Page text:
Strengthening the Russian Nuclear Horn

Russia’s Most Powerful Nuclear Attack Submarine Ever Is Almost Ready for Sea

Dave Majumdar
March 15, 2017

Russia is set to launch its second Yasen-class nuclear-powered attack submarine on March 30. Called Kazan, the new vessel is an upgraded Project 885M design that is in many ways much more capable than the lead ship of the class, K-560 Severodvinsk.

“Kazan is expected to be rolled out and put afloat on March 30,” a Russian defense source told the Moscow-based TASS news agency.

The Russian Navy will take delivery of Kazan in 2018. Once the vessel is operational, she will be the most formidable enemy submarine that the U.S. Navy has ever faced. “It’s probably the most capable nuclear powered submarine out there fielded by a potential adversary,” Center for Naval Analyses Russian military affairs specialist Michael Kofman told The National Interest.

Indeed, Kazan is expected to be substantially improved over her older sister, the Severodvinsk. The vessel incorporates new technological developments that have emerged since Severodvinsk started construction in 1993. Kazan also incorporates lessons learned from testing the older vessel.

“The 885M is really the first ship of the class,” Kofman said. “The 885M is intended as a substantial improvement, based on the lessons learned from the lengthy development, construction, and testing process for the original 885.”

The Project 885 vessels are a departure from previous Soviet and Russian submarine designs. Unlike older Soviet vessels, the Project 885 submarines are multimission boats similar in concept to American vessels like the Seawolf or Virginia-classes.

“[Severodvinsk] is Russia’s first truly multipurpose submarine,” Michael Kofman and Norman Polmar wrote in the U.S. Naval Institute’s Proceedings journal. “The Severodvinsk is capable of antisubmarine, antiship, and land-attack missions. Among the more interesting features are a large bow sonar dome for the Irtysh-Amfora sonar system and an amidships battery of eight vertical-launch cells that can carry 32 Kalibr (SS-N-27/30 Sizzler) or Oniks (SS-N-26 Strobile) cruise missiles. These antiship and land-attack weapons are particularly significant after Russian surface ships and submarines fired long-range mis­siles into Syria in 2016.”

Russia plans to build a total of seven Project 885M submarines—Novosibirsk, Krasnoyarsk, Arkhangelsk and Perm are currently under construction at the Sevmash shipyards on the White Sea port city of Severodvinsk.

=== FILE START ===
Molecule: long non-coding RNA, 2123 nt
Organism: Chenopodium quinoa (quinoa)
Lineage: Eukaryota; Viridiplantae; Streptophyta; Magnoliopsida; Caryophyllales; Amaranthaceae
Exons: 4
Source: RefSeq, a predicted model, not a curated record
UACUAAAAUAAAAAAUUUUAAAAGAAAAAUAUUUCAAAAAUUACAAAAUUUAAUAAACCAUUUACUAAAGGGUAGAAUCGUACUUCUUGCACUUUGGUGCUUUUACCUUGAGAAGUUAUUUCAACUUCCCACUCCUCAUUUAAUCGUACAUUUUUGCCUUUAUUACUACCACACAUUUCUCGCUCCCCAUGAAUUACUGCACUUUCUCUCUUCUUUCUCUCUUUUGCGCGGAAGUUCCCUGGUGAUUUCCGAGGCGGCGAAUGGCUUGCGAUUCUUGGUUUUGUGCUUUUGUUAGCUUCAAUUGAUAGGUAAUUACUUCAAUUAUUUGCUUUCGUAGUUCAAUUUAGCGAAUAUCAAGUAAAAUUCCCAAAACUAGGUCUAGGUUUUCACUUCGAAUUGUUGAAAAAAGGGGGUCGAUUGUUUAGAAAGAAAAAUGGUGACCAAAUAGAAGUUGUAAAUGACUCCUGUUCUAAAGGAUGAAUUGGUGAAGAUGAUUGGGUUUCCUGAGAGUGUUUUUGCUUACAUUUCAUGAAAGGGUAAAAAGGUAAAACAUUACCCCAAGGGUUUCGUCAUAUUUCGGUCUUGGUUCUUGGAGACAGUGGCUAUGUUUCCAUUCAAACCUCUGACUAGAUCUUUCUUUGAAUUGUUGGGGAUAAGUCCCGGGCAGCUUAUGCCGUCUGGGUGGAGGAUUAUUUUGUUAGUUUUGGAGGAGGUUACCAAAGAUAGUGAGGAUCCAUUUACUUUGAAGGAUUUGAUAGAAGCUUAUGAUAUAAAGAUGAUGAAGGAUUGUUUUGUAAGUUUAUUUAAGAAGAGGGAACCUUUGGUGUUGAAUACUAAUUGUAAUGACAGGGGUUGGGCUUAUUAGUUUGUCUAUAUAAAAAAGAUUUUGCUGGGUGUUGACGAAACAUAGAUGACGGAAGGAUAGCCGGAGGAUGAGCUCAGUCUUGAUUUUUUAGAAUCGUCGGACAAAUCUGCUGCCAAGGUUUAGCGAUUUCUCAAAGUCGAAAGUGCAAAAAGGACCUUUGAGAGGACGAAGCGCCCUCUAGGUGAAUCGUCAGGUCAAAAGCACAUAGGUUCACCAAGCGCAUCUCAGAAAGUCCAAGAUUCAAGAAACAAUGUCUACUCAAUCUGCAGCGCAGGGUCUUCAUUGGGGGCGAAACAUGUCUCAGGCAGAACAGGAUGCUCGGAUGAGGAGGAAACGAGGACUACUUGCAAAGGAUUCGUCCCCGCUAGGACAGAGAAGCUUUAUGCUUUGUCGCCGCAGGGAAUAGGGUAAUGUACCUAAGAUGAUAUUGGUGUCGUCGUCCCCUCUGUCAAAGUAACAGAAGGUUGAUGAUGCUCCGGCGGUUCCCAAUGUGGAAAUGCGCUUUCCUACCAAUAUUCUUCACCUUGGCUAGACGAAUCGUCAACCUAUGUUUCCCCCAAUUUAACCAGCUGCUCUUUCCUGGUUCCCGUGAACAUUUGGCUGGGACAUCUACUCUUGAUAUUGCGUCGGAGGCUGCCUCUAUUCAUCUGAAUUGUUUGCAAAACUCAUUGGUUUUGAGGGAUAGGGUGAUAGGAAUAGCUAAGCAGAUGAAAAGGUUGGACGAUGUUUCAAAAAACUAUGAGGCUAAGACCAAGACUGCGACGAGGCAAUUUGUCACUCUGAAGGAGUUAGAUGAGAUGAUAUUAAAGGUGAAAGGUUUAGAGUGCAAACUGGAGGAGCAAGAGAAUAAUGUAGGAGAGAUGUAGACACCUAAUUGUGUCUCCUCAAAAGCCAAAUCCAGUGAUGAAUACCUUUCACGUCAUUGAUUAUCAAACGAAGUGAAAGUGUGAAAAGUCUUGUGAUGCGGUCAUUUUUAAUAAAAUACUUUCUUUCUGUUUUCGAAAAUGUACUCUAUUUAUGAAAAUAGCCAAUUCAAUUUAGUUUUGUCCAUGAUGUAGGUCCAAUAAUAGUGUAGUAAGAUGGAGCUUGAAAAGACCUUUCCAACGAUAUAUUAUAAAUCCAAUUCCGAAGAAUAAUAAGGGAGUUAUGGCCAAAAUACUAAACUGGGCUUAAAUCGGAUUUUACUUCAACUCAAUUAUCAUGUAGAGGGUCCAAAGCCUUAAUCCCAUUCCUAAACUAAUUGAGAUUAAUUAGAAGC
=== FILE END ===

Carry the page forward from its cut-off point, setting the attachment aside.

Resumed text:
Meanwhile, Russia is planning on developing a follow-on class of attack submarine that would hunt U.S. Navy ballistic missile submarines. According to the authors of that article, “Now in development is a new Russian ‘hunter-killer’ submarine. This SSN will have the primary role of countering Western SSBNs. The new SSN is probably a significant program, but very little is known about it other than construction is slated to begin in the near future.”

The Russians undoubted have the technical skills to develop an extremely formidable new class of attack submarines. The question is does the Kremlin have the financial wherewithal to fund another expensive new defense project.

Dave Majumdar is the defense editor for The National Interest. You can follow him on Twitter: @davemajumdar.

Image Credit: Creative Commons.

Preparing for Nuclear War (Revelation 8)

If you like Cold War-style thrillers and don’t mind getting the bejeebers scared out of you, we recommend an article by arms control expert Jeffrey Lewis titled “North Korea is Practicing for Nuclear War.” On the edge of your seat already, right?

North Korea is America’s strangest adversary: isolated, paranoid, belligerent and — here’s the worst part — armed to the teeth. Earlier this month the regime of Kim Jong Un simultaneously test-fired four missiles in the direction of Japan on an arc leading directly toward the U.S. Marine Corps Air Station at Iwakuni, Japan. Removing any doubt, North Korea announced that it was testing its capacity “to strike the bases of the U.S. imperialist aggressor forces in Japan.”

Lewis said that calling this provocation a “missile test” underplays the threat. North Korea has a proven ability to fire missiles that could reach Japan and South Korea. It also has nuclear weapons and is developing the ability to put them on warheads. “These aren’t missile tests, they are military exercises,” Lewis wrote in Foreign Policy. “North Korea knows the missiles work. What the military units are doing now is practicing — practicing for a nuclear war.”